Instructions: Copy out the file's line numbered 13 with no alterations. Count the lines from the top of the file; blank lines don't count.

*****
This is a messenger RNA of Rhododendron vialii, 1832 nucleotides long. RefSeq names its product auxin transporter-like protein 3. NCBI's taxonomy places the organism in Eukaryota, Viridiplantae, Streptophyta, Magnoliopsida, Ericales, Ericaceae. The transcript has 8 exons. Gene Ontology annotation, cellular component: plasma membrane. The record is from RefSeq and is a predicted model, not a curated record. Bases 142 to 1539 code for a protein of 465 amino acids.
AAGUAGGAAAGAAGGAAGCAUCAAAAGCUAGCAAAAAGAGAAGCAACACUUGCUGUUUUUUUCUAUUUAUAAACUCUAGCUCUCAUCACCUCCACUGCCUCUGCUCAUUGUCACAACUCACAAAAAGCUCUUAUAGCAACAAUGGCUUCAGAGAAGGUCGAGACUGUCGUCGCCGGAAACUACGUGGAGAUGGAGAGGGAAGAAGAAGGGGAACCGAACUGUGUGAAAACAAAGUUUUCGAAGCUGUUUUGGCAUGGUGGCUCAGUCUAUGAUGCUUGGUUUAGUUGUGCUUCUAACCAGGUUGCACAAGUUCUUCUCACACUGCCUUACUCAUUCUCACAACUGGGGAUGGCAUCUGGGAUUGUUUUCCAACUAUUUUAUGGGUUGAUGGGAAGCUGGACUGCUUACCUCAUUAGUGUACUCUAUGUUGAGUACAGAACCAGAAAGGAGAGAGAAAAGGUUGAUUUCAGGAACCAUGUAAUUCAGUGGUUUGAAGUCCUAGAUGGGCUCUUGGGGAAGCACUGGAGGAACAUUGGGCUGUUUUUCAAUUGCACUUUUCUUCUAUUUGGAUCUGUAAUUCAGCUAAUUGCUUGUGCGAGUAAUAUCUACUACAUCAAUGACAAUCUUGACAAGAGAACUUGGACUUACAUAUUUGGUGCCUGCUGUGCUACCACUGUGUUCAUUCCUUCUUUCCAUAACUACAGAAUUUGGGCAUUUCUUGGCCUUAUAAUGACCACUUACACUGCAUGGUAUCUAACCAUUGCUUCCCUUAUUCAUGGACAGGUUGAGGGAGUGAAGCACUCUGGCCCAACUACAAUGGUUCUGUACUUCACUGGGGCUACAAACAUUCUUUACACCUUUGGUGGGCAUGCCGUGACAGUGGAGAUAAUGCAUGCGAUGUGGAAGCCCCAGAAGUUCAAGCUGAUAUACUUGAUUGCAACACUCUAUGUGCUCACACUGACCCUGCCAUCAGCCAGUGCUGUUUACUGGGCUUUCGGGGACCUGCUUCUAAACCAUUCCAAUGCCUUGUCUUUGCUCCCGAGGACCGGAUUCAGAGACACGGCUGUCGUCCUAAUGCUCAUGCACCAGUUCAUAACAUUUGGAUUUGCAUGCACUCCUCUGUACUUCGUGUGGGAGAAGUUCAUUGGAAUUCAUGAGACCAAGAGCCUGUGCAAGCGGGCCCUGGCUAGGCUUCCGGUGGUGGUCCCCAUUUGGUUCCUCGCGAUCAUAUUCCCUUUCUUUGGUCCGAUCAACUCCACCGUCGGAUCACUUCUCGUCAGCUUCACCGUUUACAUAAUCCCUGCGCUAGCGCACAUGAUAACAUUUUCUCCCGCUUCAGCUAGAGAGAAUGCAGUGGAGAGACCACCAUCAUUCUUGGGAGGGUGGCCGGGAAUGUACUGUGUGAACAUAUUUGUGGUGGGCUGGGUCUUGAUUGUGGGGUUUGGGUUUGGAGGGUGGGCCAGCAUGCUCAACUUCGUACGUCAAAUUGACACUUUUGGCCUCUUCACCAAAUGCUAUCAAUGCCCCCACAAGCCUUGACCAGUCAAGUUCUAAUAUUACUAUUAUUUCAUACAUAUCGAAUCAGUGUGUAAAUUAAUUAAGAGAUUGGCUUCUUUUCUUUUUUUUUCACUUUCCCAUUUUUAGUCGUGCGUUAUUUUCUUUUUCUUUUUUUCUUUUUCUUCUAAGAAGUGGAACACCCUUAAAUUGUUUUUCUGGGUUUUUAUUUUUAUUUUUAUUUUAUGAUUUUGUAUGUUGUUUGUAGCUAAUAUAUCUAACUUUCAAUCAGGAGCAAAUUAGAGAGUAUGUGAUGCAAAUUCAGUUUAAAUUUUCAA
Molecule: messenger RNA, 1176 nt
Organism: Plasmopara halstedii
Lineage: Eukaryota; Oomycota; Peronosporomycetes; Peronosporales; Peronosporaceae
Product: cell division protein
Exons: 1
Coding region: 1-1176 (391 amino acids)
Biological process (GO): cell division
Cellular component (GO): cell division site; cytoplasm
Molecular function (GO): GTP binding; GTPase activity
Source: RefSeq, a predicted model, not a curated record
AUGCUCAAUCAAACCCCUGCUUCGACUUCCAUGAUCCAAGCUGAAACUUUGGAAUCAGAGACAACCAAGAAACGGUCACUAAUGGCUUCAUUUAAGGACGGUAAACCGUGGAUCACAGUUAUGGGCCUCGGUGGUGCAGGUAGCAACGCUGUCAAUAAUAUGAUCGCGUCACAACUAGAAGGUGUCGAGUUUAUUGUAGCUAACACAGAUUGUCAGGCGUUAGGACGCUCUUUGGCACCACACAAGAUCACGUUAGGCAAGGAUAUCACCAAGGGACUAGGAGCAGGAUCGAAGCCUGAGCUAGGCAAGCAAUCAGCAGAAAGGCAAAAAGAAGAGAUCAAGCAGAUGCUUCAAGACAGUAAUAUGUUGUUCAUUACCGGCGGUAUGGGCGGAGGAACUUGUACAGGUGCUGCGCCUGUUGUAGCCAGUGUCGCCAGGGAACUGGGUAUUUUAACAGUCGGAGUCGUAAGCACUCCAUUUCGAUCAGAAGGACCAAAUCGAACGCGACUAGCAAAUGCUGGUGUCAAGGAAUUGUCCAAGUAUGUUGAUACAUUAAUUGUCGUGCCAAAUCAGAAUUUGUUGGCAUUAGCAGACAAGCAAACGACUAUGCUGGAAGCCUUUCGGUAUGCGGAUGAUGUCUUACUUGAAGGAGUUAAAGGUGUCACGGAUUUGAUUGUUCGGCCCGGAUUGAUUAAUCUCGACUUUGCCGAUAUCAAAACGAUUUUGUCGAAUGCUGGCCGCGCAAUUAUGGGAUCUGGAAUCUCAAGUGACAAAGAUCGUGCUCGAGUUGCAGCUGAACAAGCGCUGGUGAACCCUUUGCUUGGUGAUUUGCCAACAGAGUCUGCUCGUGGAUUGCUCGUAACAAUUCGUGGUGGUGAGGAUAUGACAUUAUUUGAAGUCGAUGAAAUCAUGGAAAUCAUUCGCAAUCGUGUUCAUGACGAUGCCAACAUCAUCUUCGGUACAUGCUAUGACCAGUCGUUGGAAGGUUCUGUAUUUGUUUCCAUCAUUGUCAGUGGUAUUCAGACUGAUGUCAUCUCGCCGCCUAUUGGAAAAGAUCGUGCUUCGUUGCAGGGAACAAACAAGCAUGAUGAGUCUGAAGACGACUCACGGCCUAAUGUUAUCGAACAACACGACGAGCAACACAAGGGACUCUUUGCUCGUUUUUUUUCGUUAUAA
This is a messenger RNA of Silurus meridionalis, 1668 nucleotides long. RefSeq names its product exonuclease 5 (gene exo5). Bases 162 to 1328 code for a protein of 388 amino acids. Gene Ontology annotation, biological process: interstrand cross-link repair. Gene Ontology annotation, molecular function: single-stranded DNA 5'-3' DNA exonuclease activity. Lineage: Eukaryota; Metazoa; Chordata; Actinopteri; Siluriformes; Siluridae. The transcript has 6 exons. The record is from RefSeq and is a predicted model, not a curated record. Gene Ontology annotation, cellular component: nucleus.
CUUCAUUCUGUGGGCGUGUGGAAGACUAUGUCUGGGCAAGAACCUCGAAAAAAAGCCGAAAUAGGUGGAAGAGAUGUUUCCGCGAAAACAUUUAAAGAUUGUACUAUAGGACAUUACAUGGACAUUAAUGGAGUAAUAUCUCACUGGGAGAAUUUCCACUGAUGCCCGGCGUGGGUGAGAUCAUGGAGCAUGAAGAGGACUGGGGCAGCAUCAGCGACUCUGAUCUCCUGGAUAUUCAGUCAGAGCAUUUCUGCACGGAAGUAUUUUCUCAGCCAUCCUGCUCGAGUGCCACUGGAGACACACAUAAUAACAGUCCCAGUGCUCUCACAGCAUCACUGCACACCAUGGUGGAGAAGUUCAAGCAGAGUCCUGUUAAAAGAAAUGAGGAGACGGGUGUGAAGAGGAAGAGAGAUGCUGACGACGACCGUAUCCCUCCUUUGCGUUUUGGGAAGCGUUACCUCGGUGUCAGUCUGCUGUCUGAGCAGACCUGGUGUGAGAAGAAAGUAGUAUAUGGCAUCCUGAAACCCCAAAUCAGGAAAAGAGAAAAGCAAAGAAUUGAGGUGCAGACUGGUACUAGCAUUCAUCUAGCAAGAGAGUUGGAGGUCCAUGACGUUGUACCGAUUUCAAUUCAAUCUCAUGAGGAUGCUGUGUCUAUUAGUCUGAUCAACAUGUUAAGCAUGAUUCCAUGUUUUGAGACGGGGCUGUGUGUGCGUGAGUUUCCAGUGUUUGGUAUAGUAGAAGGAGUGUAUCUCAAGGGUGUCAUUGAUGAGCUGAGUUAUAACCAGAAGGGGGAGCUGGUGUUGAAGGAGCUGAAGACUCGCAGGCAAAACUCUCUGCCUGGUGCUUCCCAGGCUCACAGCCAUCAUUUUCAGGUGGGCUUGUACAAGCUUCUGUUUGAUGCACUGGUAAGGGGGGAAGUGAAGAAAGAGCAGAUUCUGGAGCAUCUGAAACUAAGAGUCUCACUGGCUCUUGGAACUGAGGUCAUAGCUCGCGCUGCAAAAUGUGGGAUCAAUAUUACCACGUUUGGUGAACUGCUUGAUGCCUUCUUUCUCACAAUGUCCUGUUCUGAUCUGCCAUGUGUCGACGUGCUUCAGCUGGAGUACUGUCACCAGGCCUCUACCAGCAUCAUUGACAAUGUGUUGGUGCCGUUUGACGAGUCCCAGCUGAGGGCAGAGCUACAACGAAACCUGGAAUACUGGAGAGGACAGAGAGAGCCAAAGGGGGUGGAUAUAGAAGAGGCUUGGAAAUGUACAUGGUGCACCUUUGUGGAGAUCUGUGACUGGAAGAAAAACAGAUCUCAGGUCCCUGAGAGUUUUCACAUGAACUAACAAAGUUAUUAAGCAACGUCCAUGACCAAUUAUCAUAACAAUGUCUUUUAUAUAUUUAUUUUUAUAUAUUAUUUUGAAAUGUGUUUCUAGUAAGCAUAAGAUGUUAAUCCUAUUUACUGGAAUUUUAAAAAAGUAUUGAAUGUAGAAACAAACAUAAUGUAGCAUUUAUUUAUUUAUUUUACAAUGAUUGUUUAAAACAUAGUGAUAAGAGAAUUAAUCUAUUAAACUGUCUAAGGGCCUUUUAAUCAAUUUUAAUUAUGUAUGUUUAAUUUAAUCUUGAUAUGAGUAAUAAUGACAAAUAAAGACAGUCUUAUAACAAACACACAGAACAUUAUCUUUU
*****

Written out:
AUGCUCAAUCAAACCCCUGCUUCGACUUCCAUGAUCCAAGCUGAAACUUUGGAAUCAGAGACAACCAAGAAACGGUCACUAAUGGCUUCAUUUAAGGACGGUAAACCGUGGAUCACAGUUAUGGGCCUCGGUGGUGCAGGUAGCAACGCUGUCAAUAAUAUGAUCGCGUCACAACUAGAAGGUGUCGAGUUUAUUGUAGCUAACACAGAUUGUCAGGCGUUAGGACGCUCUUUGGCACCACACAAGAUCACGUUAGGCAAGGAUAUCACCAAGGGACUAGGAGCAGGAUCGAAGCCUGAGCUAGGCAAGCAAUCAGCAGAAAGGCAAAAAGAAGAGAUCAAGCAGAUGCUUCAAGACAGUAAUAUGUUGUUCAUUACCGGCGGUAUGGGCGGAGGAACUUGUACAGGUGCUGCGCCUGUUGUAGCCAGUGUCGCCAGGGAACUGGGUAUUUUAACAGUCGGAGUCGUAAGCACUCCAUUUCGAUCAGAAGGACCAAAUCGAACGCGACUAGCAAAUGCUGGUGUCAAGGAAUUGUCCAAGUAUGUUGAUACAUUAAUUGUCGUGCCAAAUCAGAAUUUGUUGGCAUUAGCAGACAAGCAAACGACUAUGCUGGAAGCCUUUCGGUAUGCGGAUGAUGUCUUACUUGAAGGAGUUAAAGGUGUCACGGAUUUGAUUGUUCGGCCCGGAUUGAUUAAUCUCGACUUUGCCGAUAUCAAAACGAUUUUGUCGAAUGCUGGCCGCGCAAUUAUGGGAUCUGGAAUCUCAAGUGACAAAGAUCGUGCUCGAGUUGCAGCUGAACAAGCGCUGGUGAACCCUUUGCUUGGUGAUUUGCCAACAGAGUCUGCUCGUGGAUUGCUCGUAACAAUUCGUGGUGGUGAGGAUAUGACAUUAUUUGAAGUCGAUGAAAUCAUGGAAAUCAUUCGCAAUCGUGUUCAUGACGAUGCCAACAUCAUCUUCGGUACAUGCUAUGACCAGUCGUUGGAAGGUUCUGUAUUUGUUUCCAUCAUUGUCAGUGGUAUUCAGACUGAUGUCAUCUCGCCGCCUAUUGGAAAAGAUCGUGCUUCGUUGCAGGGAACAAACAAGCAUGAUGAGUCUGAAGACGACUCACGGCCUAAUGUUAUCGAACAACACGACGAGCAACACAAGGGACUCUUUGCUCGUUUUUUUUCGUUAUAA